Let me state for the record, I am a Facebook person. I read most of the posts and view the pictures of my various friends. I post my blog on Facebook so those of you who are interested can view my words of “wisdom”. I do not intend to offend anyone and should that happen I apologize. I merely represent my viewpoint on various and sundry subjects.
Yet, today, I am stepping into an arena where I have never gone. I must admit, that simply writing this will probably separate my readers into two different zones. I hope that you will see the purpose of this blog. I will not make it a habit regarding the political spectrum. However, this aroused my disdain.
I saw a cartoon analogy on Facebook, comparing a republican woman casting her vote as one who is like a chicken voting for Colonel Sanders. It was very funny, that is, until I read a caption also describing her like a Jew voting for Adolph Hitler. How absurd is that? And not funny at all. I usually see these political cartoons for what they are. Humorous! That statement was not humorous.
It is surprising to me the liberal ideology that I see on Facebook nowadays and yet, it should not surprise me, seeing as this country is divided almost 50-50 along a liberal and conservative “line in the sand”. I do think the liberals on Facebook outnumber the conservatives, however.
I normally do not respond to these mostly in-accuracies (in my opinion) but that comparison was disgusting and it offended me. I have Jewish friends and I am quite sure if they saw that comparison they would be equally offended.
Where did the civility of a presidential campaign go? As a child I sold newspapers on the street for 5 cents a copy and from that sale, I received 2 cents. Some days I would make as much as $1.50, other days as little as 40 cents. Of course, this depended on what was newsworthy that day.
I can recall two different newsworthy days from my newspaper career. The first I recall was actually the 2nd event, yet it also brought memories of a presidential nature. In 1952, General Eisenhower was the Republican candidate and Adlai Stevenson was the Democratic candidate. As a young boy of 13, the General was my choice and the day he won the election, was a day I sold well over 200 newspapers. I liked him even more. However, I certainly remember my father voting for Mr. Stevenson, for after all, my father was a Democrat. My celebration was somewhat subdued around the house. But at the same time, I think he was proud of me for taking a position on a candidate.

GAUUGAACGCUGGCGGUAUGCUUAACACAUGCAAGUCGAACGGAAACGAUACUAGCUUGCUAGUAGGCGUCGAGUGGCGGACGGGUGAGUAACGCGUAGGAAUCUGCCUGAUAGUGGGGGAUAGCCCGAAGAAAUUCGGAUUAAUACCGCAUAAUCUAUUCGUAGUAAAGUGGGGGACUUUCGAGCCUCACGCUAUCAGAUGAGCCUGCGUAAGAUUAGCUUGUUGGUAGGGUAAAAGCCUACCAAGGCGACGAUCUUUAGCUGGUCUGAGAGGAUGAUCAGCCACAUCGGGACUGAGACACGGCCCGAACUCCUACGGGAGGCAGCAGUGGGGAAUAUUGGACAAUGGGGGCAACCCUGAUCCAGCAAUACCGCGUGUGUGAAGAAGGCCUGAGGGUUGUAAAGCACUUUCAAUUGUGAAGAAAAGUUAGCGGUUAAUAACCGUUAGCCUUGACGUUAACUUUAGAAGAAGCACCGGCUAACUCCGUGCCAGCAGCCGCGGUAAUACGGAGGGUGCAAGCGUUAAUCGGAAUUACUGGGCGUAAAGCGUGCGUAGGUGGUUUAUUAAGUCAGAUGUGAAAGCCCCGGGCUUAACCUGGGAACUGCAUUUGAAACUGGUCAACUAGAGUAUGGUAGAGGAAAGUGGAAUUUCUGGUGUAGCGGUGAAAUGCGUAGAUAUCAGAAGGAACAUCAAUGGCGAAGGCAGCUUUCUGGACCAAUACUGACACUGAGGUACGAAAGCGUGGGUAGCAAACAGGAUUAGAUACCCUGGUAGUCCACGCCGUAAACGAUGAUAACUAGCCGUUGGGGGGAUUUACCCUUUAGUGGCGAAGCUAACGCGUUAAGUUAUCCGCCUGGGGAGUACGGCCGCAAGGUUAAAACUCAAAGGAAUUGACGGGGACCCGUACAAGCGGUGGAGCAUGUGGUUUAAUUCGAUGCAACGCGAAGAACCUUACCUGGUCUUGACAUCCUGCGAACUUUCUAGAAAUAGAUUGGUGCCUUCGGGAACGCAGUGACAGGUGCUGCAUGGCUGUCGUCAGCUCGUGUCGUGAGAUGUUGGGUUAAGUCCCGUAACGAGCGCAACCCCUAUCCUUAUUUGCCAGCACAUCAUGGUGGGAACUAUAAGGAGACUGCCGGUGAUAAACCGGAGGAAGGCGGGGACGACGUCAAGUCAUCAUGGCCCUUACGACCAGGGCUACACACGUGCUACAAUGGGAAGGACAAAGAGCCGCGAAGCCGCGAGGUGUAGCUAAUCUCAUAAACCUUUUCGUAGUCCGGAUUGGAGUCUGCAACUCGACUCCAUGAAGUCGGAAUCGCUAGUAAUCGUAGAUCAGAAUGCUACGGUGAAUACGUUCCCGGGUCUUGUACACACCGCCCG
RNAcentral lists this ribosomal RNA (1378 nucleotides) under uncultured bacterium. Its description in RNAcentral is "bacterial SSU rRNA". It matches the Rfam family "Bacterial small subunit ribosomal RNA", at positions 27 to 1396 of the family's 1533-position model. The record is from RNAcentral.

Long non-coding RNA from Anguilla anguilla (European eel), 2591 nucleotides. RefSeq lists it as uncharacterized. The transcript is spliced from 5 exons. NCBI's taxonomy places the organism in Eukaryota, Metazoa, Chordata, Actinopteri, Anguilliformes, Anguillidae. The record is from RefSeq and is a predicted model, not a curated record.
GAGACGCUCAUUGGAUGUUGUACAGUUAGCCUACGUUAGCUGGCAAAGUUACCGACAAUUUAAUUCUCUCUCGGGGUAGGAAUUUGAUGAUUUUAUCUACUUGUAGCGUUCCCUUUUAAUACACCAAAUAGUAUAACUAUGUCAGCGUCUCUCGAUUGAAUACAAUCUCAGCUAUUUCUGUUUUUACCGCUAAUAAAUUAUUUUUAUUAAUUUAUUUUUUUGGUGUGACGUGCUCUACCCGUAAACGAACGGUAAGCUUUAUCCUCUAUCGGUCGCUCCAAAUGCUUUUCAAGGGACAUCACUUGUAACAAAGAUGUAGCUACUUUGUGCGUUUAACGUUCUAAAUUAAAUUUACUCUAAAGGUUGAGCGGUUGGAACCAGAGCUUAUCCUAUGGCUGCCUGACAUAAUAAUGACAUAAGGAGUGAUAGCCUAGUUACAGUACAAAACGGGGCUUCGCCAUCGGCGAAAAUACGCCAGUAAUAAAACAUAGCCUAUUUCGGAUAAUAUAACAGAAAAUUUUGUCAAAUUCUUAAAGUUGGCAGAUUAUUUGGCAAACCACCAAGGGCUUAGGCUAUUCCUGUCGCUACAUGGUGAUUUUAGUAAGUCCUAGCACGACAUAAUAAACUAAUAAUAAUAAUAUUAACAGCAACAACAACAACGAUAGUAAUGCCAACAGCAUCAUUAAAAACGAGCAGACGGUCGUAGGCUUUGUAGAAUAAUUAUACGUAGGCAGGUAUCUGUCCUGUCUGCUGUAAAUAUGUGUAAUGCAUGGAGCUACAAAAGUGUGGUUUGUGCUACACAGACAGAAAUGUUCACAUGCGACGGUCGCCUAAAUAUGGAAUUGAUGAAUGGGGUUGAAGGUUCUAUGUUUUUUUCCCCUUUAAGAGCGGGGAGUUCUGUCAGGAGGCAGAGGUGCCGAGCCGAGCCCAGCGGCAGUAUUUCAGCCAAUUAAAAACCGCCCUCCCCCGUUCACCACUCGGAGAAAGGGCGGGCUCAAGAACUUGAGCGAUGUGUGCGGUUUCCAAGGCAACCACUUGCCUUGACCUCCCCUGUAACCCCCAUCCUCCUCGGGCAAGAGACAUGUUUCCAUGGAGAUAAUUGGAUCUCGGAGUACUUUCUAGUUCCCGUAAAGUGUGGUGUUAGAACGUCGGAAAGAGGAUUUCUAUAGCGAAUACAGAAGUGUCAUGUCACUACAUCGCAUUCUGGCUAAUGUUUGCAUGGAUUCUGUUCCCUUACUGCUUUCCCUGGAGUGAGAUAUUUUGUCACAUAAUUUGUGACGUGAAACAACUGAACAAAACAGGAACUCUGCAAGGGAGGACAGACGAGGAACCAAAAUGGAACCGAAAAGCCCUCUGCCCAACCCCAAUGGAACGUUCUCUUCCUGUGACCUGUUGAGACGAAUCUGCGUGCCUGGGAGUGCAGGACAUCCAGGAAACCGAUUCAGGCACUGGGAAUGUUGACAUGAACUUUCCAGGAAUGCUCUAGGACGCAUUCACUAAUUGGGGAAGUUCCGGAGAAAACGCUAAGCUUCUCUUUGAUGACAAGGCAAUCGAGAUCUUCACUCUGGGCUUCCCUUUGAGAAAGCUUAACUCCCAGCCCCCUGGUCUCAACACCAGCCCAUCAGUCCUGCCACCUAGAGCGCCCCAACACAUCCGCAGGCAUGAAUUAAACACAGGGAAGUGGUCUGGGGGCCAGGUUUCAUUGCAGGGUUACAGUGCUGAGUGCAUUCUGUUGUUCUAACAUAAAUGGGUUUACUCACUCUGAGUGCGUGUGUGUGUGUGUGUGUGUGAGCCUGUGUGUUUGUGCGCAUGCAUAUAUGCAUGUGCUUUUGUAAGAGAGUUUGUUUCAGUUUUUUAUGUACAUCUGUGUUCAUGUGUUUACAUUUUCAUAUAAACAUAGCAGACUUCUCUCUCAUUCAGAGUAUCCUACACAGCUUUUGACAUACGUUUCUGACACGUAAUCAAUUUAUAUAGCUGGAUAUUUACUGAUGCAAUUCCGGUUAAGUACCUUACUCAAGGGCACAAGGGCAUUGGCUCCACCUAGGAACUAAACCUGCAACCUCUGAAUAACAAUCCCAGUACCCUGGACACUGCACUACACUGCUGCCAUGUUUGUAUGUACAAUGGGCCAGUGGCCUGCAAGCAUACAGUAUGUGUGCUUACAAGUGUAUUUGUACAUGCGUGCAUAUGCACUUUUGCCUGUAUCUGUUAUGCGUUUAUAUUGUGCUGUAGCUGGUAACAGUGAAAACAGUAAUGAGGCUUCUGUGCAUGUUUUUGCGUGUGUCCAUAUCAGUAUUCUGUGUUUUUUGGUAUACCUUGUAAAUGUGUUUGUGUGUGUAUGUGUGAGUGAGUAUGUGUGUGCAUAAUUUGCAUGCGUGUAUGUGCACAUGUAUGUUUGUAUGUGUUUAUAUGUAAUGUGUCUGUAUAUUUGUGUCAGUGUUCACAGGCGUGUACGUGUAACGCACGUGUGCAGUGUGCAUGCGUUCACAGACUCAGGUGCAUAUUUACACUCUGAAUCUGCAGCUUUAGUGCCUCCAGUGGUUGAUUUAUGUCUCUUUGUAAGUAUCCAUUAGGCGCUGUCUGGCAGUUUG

The other event, also of a presidential nature, was the assassination attempt of President Truman. November 1950, two Puerto Ricans attempted to assassinate him. I think on that day I sold over a three hundred papers. The presses were rolling out editions as fast as they could. And the reason for the unusually number of editions sold? It was our president. Not everyone agreed with his politics, yet most everyone agreed it was an attempt on our system of government. And the nation was appalled. We obviously saw this again in 1963 with the assassination of John F. Kennedy. The population came together.
These two events provoked differences in our presidential campaigns of yesteryear. Obviously, I could not vote, but I do remember people supporting their candidate. I do not recall the tirades that we see today. I can tell you that the nation was not so closely divided in those days. It was political of course, and I remember Eisenhower winning the 1952 election by a landslide. Were Eisenhower and Truman good presidents? It depends on whom you ask. As it does with each one we elect to the highest office in the land.
At my age today, I have a limited number of presidential elections remaining. I would hope we could regain the civility of yesteryear. I can hope can’t I?
I will continue to support my political persuasions, as I am sure you will as well. We may disagree with whoever is our president, but we have a constitutional right to exercise our freedom of expression, even a freedom to compare apples with oranges or …!
That is how it should be.
Have a good day.